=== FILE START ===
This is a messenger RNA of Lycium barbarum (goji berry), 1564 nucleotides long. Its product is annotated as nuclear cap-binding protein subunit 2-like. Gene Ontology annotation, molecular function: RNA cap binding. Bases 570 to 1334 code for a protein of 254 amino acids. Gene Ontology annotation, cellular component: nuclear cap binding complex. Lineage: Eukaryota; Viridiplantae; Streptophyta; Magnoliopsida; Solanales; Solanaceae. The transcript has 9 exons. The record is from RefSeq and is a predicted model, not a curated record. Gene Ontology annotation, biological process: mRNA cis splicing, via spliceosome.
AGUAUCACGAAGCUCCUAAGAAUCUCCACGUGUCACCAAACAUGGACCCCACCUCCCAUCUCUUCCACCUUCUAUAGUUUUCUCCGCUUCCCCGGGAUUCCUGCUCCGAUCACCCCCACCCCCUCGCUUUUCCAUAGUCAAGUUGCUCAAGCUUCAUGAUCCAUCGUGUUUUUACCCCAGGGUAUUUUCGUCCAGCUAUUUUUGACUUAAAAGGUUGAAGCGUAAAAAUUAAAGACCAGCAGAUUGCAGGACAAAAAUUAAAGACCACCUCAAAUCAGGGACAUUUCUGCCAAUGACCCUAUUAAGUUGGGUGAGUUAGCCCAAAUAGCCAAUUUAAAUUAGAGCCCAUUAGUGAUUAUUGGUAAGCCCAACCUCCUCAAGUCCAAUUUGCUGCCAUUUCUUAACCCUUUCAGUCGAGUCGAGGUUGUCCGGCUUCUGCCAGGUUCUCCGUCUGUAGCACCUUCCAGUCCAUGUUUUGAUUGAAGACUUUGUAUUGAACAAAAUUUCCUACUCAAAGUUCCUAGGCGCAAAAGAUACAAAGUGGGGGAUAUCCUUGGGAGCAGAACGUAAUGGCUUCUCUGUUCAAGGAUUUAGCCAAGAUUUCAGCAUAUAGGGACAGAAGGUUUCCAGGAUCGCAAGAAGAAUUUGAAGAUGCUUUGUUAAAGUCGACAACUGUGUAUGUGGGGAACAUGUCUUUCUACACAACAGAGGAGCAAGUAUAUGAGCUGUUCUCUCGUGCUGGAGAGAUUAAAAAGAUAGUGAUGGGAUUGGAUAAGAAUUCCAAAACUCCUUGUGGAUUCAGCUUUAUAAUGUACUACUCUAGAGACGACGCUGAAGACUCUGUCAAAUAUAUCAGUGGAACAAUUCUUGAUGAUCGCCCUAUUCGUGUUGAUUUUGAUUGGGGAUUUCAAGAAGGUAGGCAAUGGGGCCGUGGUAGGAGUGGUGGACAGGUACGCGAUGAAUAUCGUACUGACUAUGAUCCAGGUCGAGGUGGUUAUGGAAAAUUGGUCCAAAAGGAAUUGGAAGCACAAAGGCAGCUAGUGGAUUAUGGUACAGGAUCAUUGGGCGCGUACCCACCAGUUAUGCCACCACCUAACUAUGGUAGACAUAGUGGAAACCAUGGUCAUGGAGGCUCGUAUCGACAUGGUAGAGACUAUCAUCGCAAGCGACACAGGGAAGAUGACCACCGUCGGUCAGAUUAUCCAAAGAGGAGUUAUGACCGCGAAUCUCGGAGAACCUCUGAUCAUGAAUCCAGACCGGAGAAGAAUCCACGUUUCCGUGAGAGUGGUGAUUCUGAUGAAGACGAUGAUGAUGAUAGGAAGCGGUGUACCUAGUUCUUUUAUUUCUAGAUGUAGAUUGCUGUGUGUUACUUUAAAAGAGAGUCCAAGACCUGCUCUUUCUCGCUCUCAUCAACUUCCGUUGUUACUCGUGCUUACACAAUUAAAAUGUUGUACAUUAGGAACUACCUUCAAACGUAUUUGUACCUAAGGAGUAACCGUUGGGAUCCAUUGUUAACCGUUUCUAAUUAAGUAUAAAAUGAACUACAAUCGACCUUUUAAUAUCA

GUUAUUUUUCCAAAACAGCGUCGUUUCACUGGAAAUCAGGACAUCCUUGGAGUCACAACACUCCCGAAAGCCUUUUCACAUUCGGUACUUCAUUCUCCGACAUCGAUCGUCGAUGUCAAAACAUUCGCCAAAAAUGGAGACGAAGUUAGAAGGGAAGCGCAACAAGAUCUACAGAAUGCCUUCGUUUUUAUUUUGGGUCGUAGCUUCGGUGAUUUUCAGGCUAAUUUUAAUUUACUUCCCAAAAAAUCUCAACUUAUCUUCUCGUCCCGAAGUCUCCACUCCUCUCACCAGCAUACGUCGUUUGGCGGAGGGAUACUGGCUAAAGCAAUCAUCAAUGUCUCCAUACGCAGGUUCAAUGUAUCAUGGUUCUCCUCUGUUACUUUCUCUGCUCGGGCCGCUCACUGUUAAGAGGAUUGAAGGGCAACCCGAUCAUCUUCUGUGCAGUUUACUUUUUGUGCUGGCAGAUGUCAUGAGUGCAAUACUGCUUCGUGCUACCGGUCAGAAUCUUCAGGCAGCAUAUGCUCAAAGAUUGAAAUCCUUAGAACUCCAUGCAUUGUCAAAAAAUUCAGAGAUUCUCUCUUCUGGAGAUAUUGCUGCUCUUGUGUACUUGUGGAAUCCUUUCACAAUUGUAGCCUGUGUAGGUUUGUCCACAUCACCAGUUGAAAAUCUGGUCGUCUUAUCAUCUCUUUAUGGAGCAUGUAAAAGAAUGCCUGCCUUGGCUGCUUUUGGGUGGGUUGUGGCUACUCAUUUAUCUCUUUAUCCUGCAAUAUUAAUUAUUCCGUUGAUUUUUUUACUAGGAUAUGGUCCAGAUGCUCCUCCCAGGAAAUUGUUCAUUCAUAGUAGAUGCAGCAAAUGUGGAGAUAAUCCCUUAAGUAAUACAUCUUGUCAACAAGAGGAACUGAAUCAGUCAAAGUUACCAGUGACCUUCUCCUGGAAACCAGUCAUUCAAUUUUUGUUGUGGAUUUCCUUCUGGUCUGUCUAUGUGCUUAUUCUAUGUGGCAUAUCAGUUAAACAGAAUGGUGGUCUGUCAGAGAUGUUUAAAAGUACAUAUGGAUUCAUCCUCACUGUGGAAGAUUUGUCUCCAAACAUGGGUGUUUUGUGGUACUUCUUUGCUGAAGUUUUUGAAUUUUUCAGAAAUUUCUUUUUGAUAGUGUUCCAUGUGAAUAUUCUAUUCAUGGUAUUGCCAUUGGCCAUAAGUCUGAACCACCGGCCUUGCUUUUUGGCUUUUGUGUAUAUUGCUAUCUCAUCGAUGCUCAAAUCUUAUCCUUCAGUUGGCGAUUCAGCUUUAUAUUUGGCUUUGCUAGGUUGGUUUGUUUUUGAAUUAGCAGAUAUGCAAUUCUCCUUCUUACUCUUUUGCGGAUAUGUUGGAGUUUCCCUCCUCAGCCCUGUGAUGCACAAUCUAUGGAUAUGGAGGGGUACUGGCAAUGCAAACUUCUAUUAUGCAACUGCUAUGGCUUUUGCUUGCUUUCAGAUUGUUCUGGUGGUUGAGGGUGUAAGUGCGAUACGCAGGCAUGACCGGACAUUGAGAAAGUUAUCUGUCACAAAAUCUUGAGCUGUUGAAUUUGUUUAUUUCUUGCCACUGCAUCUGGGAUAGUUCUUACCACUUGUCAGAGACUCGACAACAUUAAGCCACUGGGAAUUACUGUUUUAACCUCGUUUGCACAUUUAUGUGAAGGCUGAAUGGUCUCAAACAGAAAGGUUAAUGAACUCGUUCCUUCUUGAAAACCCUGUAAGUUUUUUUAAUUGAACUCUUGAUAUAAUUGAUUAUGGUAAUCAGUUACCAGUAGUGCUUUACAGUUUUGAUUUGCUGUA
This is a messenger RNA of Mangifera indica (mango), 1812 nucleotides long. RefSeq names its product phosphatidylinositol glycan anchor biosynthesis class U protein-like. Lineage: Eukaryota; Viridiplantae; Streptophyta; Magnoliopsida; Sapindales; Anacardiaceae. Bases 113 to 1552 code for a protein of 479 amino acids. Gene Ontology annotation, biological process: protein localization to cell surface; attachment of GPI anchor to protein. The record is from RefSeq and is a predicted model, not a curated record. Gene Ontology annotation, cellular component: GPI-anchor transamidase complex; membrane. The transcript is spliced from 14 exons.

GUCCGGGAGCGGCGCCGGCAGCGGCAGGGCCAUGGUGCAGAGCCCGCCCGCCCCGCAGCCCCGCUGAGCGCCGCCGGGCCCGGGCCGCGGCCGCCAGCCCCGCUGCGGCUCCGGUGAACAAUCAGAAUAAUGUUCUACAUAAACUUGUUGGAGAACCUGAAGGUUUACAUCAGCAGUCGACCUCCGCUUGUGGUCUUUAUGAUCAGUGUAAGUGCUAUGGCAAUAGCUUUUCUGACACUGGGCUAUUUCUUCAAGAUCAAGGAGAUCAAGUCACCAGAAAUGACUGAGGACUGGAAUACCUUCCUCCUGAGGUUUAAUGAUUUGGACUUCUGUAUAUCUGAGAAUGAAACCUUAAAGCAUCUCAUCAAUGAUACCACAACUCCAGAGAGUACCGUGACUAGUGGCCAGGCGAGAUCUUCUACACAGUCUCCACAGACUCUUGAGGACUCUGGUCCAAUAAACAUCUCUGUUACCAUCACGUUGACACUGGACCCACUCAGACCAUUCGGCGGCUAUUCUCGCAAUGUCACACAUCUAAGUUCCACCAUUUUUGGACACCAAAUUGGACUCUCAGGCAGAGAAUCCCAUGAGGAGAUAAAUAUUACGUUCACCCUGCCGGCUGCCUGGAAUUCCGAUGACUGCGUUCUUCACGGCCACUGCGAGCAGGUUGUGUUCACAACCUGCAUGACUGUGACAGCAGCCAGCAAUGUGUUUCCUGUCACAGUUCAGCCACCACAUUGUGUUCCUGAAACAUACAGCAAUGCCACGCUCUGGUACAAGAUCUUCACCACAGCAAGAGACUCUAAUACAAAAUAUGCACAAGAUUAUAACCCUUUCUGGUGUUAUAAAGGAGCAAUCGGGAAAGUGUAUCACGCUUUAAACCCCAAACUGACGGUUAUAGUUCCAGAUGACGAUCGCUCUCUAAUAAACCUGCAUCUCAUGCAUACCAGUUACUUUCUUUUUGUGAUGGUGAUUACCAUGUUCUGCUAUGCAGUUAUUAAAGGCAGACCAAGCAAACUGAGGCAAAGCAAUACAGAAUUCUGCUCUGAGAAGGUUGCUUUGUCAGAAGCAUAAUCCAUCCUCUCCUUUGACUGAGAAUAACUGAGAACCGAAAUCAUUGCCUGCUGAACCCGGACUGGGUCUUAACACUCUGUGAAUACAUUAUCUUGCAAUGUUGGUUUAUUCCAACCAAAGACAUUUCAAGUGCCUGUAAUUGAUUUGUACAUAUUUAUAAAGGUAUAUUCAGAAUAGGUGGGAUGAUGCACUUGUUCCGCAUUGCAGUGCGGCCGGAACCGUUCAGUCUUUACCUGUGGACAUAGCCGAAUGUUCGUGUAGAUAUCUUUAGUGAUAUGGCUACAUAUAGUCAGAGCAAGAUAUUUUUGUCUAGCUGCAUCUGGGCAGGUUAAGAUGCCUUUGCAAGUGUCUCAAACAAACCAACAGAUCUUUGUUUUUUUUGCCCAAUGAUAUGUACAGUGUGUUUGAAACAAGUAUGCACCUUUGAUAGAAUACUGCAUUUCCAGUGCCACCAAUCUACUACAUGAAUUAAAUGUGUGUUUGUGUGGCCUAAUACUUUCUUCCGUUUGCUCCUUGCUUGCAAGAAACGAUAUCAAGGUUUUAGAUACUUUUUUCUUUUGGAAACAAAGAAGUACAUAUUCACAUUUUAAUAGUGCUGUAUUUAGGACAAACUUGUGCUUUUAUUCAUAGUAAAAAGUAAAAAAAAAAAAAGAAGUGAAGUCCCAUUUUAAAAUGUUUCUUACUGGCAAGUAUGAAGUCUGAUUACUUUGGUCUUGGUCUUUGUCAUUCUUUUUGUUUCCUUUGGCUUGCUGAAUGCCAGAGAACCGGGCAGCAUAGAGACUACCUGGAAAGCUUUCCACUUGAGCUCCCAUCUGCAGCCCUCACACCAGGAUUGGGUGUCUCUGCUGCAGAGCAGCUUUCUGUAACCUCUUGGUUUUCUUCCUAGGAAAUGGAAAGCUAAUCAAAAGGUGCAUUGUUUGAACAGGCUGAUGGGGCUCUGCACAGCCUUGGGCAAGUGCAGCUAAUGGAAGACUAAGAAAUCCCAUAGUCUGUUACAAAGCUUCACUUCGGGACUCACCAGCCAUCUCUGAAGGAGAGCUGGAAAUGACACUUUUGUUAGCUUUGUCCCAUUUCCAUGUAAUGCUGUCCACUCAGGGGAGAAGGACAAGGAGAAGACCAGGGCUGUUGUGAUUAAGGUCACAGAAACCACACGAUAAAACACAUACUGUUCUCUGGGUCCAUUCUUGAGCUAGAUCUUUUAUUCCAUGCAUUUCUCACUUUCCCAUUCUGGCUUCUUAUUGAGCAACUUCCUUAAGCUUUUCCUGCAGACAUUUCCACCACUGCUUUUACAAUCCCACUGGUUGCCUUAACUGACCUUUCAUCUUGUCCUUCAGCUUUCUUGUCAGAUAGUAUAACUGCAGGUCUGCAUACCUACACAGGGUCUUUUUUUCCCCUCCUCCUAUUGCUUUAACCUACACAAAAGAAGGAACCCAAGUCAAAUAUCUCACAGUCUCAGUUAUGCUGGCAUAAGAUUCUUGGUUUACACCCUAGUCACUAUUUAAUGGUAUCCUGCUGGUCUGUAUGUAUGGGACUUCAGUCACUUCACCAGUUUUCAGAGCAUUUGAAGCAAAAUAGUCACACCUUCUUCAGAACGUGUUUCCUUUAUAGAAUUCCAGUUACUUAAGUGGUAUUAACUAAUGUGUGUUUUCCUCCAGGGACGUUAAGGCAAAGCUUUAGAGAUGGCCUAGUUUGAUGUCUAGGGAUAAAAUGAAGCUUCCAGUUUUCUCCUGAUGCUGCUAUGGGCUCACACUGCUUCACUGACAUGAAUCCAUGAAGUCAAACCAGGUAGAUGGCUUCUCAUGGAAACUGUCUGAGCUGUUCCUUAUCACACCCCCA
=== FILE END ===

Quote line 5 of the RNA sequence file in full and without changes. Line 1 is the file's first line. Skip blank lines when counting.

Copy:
GUCCGGGAGCGGCGCCGGCAGCGGCAGGGCCAUGGUGCAGAGCCCGCCCGCCCCGCAGCCCCGCUGAGCGCCGCCGGGCCCGGGCCGCGGCCGCCAGCCCCGCUGCGGCUCCGGUGAACAAUCAGAAUAAUGUUCUACAUAAACUUGUUGGAGAACCUGAAGGUUUACAUCAGCAGUCGACCUCCGCUUGUGGUCUUUAUGAUCAGUGUAAGUGCUAUGGCAAUAGCUUUUCUGACACUGGGCUAUUUCUUCAAGAUCAAGGAGAUCAAGUCACCAGAAAUGACUGAGGACUGGAAUACCUUCCUCCUGAGGUUUAAUGAUUUGGACUUCUGUAUAUCUGAGAAUGAAACCUUAAAGCAUCUCAUCAAUGAUACCACAACUCCAGAGAGUACCGUGACUAGUGGCCAGGCGAGAUCUUCUACACAGUCUCCACAGACUCUUGAGGACUCUGGUCCAAUAAACAUCUCUGUUACCAUCACGUUGACACUGGACCCACUCAGACCAUUCGGCGGCUAUUCUCGCAAUGUCACACAUCUAAGUUCCACCAUUUUUGGACACCAAAUUGGACUCUCAGGCAGAGAAUCCCAUGAGGAGAUAAAUAUUACGUUCACCCUGCCGGCUGCCUGGAAUUCCGAUGACUGCGUUCUUCACGGCCACUGCGAGCAGGUUGUGUUCACAACCUGCAUGACUGUGACAGCAGCCAGCAAUGUGUUUCCUGUCACAGUUCAGCCACCACAUUGUGUUCCUGAAACAUACAGCAAUGCCACGCUCUGGUACAAGAUCUUCACCACAGCAAGAGACUCUAAUACAAAAUAUGCACAAGAUUAUAACCCUUUCUGGUGUUAUAAAGGAGCAAUCGGGAAAGUGUAUCACGCUUUAAACCCCAAACUGACGGUUAUAGUUCCAGAUGACGAUCGCUCUCUAAUAAACCUGCAUCUCAUGCAUACCAGUUACUUUCUUUUUGUGAUGGUGAUUACCAUGUUCUGCUAUGCAGUUAUUAAAGGCAGACCAAGCAAACUGAGGCAAAGCAAUACAGAAUUCUGCUCUGAGAAGGUUGCUUUGUCAGAAGCAUAAUCCAUCCUCUCCUUUGACUGAGAAUAACUGAGAACCGAAAUCAUUGCCUGCUGAACCCGGACUGGGUCUUAACACUCUGUGAAUACAUUAUCUUGCAAUGUUGGUUUAUUCCAACCAAAGACAUUUCAAGUGCCUGUAAUUGAUUUGUACAUAUUUAUAAAGGUAUAUUCAGAAUAGGUGGGAUGAUGCACUUGUUCCGCAUUGCAGUGCGGCCGGAACCGUUCAGUCUUUACCUGUGGACAUAGCCGAAUGUUCGUGUAGAUAUCUUUAGUGAUAUGGCUACAUAUAGUCAGAGCAAGAUAUUUUUGUCUAGCUGCAUCUGGGCAGGUUAAGAUGCCUUUGCAAGUGUCUCAAACAAACCAACAGAUCUUUGUUUUUUUUGCCCAAUGAUAUGUACAGUGUGUUUGAAACAAGUAUGCACCUUUGAUAGAAUACUGCAUUUCCAGUGCCACCAAUCUACUACAUGAAUUAAAUGUGUGUUUGUGUGGCCUAAUACUUUCUUCCGUUUGCUCCUUGCUUGCAAGAAACGAUAUCAAGGUUUUAGAUACUUUUUUCUUUUGGAAACAAAGAAGUACAUAUUCACAUUUUAAUAGUGCUGUAUUUAGGACAAACUUGUGCUUUUAUUCAUAGUAAAAAGUAAAAAAAAAAAAAGAAGUGAAGUCCCAUUUUAAAAUGUUUCUUACUGGCAAGUAUGAAGUCUGAUUACUUUGGUCUUGGUCUUUGUCAUUCUUUUUGUUUCCUUUGGCUUGCUGAAUGCCAGAGAACCGGGCAGCAUAGAGACUACCUGGAAAGCUUUCCACUUGAGCUCCCAUCUGCAGCCCUCACACCAGGAUUGGGUGUCUCUGCUGCAGAGCAGCUUUCUGUAACCUCUUGGUUUUCUUCCUAGGAAAUGGAAAGCUAAUCAAAAGGUGCAUUGUUUGAACAGGCUGAUGGGGCUCUGCACAGCCUUGGGCAAGUGCAGCUAAUGGAAGACUAAGAAAUCCCAUAGUCUGUUACAAAGCUUCACUUCGGGACUCACCAGCCAUCUCUGAAGGAGAGCUGGAAAUGACACUUUUGUUAGCUUUGUCCCAUUUCCAUGUAAUGCUGUCCACUCAGGGGAGAAGGACAAGGAGAAGACCAGGGCUGUUGUGAUUAAGGUCACAGAAACCACACGAUAAAACACAUACUGUUCUCUGGGUCCAUUCUUGAGCUAGAUCUUUUAUUCCAUGCAUUUCUCACUUUCCCAUUCUGGCUUCUUAUUGAGCAACUUCCUUAAGCUUUUCCUGCAGACAUUUCCACCACUGCUUUUACAAUCCCACUGGUUGCCUUAACUGACCUUUCAUCUUGUCCUUCAGCUUUCUUGUCAGAUAGUAUAACUGCAGGUCUGCAUACCUACACAGGGUCUUUUUUUCCCCUCCUCCUAUUGCUUUAACCUACACAAAAGAAGGAACCCAAGUCAAAUAUCUCACAGUCUCAGUUAUGCUGGCAUAAGAUUCUUGGUUUACACCCUAGUCACUAUUUAAUGGUAUCCUGCUGGUCUGUAUGUAUGGGACUUCAGUCACUUCACCAGUUUUCAGAGCAUUUGAAGCAAAAUAGUCACACCUUCUUCAGAACGUGUUUCCUUUAUAGAAUUCCAGUUACUUAAGUGGUAUUAACUAAUGUGUGUUUUCCUCCAGGGACGUUAAGGCAAAGCUUUAGAGAUGGCCUAGUUUGAUGUCUAGGGAUAAAAUGAAGCUUCCAGUUUUCUCCUGAUGCUGCUAUGGGCUCACACUGCUUCACUGACAUGAAUCCAUGAAGUCAAACCAGGUAGAUGGCUUCUCAUGGAAACUGUCUGAGCUGUUCCUUAUCACACCCCCA